Today we’d like to introduce you to Christine Wyman.
Christine, let’s start with your story. We’d love to hear how you got started and how the journey has been so far.
I’ve seen first-hand the challenges that individuals with disabilities face, both through the people I’m close to, and through my volunteer work with an organization that provides services for individuals with cognitive disabilities. While exploring another social venture idea, my partner and I discovered the unemployment rate for people with disabilities is very high, by some measures, as high as 90%. Around the same time, I was trying to recycle some old videotapes and I couldn’t find a place to take them. My partner and I started looking into videotape recycling and found a company that made machine-woven fabric out of audiotape. We thought we’d try it with videotape but with a twist: we’d create jobs for individuals with disabilities to weave the videotape into fabric.
Overall, has it been relatively smooth? If not, what were some of the struggles along the way?
Like any small business we have faced some challenges. The original mechanized looms we considered were very noisy and we were concerned that the loud noise would not work with our individuals. So we shifted to hand-weaving where the weaver controls the movement of the shuttle. This is how fabric was made in the 1700’s. It’s much less noisy and it gives our workers control over the process. That change from machine-weaving to hand-weaving affected our costs but resulted in a better environment for our workers.
Weaving quality was also an issue at the start. There were defects due to mistakes in loading the yarn onto the loom or in weaving. We’ve refined the process and now we’re really proud of our product. We’ve had professional weavers comment on how nice the fabric looks.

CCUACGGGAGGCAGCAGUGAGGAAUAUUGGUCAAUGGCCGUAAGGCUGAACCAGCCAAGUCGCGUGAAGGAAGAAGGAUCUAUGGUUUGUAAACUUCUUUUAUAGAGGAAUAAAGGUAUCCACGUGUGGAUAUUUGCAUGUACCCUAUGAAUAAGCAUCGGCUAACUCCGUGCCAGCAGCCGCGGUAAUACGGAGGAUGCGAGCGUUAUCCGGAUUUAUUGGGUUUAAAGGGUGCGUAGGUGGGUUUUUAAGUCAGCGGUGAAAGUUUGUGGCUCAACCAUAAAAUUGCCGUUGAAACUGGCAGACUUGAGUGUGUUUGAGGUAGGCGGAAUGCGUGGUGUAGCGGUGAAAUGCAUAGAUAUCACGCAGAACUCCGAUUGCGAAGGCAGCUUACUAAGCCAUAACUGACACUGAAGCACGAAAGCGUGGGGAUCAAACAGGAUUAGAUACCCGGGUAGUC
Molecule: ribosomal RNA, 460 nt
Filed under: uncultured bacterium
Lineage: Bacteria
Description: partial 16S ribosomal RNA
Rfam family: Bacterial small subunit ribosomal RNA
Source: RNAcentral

We are working with a non-traditional fabric (think Project Runway!) and the material is not the easiest to sew. We work with skilled seamstresses to create our beautiful bags and accessories and they can be a challenge to find. There’s a whole generation that hasn’t been training in sewing. No one does Home Ec. anymore!
Alright – so let’s talk business. Tell us about Social Catalysts Charitable Foundation – what should we know?
Social Catalysts makes products out of fabric made from recycled videotape. The fabric is hand woven by individuals with disabilities who are paid for their work. From this beautiful hand-woven fabric with a bit of shine from the videotape, our seamstresses and designers create products such as purses, tote bags and accessories. We’ve got key chains, coin purses and much more—some with novel designs.
Many individuals with disabilities are not able to work in the community. I’m proud that we are making difference in their lives. It was a great moment when I heard that one of our workers was able to get a job in the community.
What sets us apart? There are lots of craft businesses out there, but we’re a nonprofit social enterprise, selling products to support a social cause. Our social benefit is two-fold: we create jobs for people with disabilities and reduce waste in the environment.
And…most products on the market are not hand-woven. That’s our core competence.
How do you, personally, define success? What’s your criteria, the markers you’re looking out for, etc?
We know we’re successful when we have a positive impact on people’s lives. Part of our impact is to open up the conversation about what people with disabilities can do and advance the dialogue on waste recycling and reuse. There is a lot of focus now on reuse, which is really what we’re doing—reusing uses less resources than processing the material.
- Address: 132 Great Road – Suite 200
Stow, MA 01775
- Website: http://socialcatalysts.org
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